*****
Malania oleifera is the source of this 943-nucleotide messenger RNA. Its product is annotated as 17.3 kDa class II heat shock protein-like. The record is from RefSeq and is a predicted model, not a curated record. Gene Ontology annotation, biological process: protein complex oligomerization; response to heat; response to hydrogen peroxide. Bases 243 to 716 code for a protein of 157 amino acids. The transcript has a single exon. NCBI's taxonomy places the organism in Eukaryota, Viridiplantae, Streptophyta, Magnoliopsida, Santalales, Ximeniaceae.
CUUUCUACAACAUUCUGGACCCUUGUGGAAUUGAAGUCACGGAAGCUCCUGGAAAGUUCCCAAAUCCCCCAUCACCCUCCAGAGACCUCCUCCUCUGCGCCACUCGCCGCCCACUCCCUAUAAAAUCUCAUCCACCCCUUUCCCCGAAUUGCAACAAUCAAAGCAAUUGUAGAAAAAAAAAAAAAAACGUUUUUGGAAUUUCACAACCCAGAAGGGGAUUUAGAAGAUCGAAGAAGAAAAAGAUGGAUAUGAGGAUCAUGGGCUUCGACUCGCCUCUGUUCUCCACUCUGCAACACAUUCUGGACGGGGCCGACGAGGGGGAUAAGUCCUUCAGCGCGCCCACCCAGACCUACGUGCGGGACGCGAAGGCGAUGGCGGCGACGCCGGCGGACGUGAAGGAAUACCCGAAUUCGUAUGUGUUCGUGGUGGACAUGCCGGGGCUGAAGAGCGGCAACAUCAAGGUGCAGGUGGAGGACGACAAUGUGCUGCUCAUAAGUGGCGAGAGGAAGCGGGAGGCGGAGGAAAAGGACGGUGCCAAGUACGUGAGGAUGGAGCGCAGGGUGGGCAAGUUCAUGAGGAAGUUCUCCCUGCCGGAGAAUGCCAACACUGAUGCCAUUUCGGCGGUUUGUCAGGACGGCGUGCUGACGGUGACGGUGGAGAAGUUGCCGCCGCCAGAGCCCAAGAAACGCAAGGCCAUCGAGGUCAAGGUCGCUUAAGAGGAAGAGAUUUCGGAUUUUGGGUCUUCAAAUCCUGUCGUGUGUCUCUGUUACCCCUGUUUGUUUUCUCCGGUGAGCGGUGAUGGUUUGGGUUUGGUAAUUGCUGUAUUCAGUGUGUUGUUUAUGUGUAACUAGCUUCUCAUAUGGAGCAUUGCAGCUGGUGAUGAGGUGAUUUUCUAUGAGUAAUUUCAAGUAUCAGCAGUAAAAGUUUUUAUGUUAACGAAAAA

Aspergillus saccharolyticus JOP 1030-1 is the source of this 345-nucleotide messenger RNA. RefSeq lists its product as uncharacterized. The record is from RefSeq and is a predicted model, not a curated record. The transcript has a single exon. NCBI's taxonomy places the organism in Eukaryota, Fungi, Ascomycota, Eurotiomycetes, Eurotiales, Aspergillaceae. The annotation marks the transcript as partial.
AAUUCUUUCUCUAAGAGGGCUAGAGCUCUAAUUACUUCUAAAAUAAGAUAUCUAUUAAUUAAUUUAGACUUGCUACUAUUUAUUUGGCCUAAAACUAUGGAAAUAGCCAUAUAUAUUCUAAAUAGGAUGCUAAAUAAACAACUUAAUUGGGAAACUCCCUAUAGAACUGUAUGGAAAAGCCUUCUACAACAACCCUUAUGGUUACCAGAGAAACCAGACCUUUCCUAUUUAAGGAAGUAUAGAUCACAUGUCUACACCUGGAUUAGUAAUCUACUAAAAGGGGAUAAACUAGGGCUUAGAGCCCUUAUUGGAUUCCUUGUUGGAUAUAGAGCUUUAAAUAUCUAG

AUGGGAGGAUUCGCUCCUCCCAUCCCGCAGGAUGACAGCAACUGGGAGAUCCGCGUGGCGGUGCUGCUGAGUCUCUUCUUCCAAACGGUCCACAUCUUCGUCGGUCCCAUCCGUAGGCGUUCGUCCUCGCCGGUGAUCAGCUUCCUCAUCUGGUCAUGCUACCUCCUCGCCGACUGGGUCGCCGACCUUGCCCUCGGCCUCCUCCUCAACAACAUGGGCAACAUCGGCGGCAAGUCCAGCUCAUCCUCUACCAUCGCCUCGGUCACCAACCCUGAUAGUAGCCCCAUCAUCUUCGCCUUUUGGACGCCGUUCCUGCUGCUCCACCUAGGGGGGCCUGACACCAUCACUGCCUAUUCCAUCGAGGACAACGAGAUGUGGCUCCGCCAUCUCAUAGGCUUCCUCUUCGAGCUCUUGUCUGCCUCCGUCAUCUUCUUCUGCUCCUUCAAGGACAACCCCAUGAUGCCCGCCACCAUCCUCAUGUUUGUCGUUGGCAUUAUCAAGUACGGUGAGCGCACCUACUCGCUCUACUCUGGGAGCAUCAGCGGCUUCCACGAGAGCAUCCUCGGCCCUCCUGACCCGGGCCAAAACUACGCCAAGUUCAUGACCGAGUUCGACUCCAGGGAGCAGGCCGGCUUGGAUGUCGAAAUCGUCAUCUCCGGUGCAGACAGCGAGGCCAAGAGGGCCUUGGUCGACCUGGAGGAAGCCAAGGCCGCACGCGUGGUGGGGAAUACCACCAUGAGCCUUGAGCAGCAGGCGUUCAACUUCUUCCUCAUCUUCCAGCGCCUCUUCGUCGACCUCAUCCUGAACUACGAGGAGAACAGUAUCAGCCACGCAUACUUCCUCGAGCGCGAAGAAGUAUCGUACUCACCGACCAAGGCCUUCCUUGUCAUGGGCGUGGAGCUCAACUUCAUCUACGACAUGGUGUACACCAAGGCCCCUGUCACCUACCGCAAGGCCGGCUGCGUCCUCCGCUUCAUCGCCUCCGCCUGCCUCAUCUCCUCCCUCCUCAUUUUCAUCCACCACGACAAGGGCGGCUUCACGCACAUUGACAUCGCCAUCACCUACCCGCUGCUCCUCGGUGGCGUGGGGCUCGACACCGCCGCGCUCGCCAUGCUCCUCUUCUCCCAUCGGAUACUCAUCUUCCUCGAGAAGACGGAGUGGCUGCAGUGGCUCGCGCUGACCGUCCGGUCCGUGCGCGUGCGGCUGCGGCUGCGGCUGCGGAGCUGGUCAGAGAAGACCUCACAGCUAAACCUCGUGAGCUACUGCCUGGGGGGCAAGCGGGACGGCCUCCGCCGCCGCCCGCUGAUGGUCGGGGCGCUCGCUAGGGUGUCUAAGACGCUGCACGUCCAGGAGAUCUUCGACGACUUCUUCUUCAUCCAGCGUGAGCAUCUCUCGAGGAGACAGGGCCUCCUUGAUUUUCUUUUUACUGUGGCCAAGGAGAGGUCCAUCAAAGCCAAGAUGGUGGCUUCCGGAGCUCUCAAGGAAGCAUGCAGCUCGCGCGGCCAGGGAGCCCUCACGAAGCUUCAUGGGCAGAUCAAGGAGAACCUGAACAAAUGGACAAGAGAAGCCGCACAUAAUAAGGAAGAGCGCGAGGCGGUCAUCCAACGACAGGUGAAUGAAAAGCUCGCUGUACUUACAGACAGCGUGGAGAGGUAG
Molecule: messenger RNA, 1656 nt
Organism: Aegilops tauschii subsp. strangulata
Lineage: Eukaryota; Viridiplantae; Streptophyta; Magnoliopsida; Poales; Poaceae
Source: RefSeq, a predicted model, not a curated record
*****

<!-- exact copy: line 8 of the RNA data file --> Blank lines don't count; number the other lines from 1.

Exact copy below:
Lineage: Eukaryota; Viridiplantae; Streptophyta; Magnoliopsida; Poales; Poaceae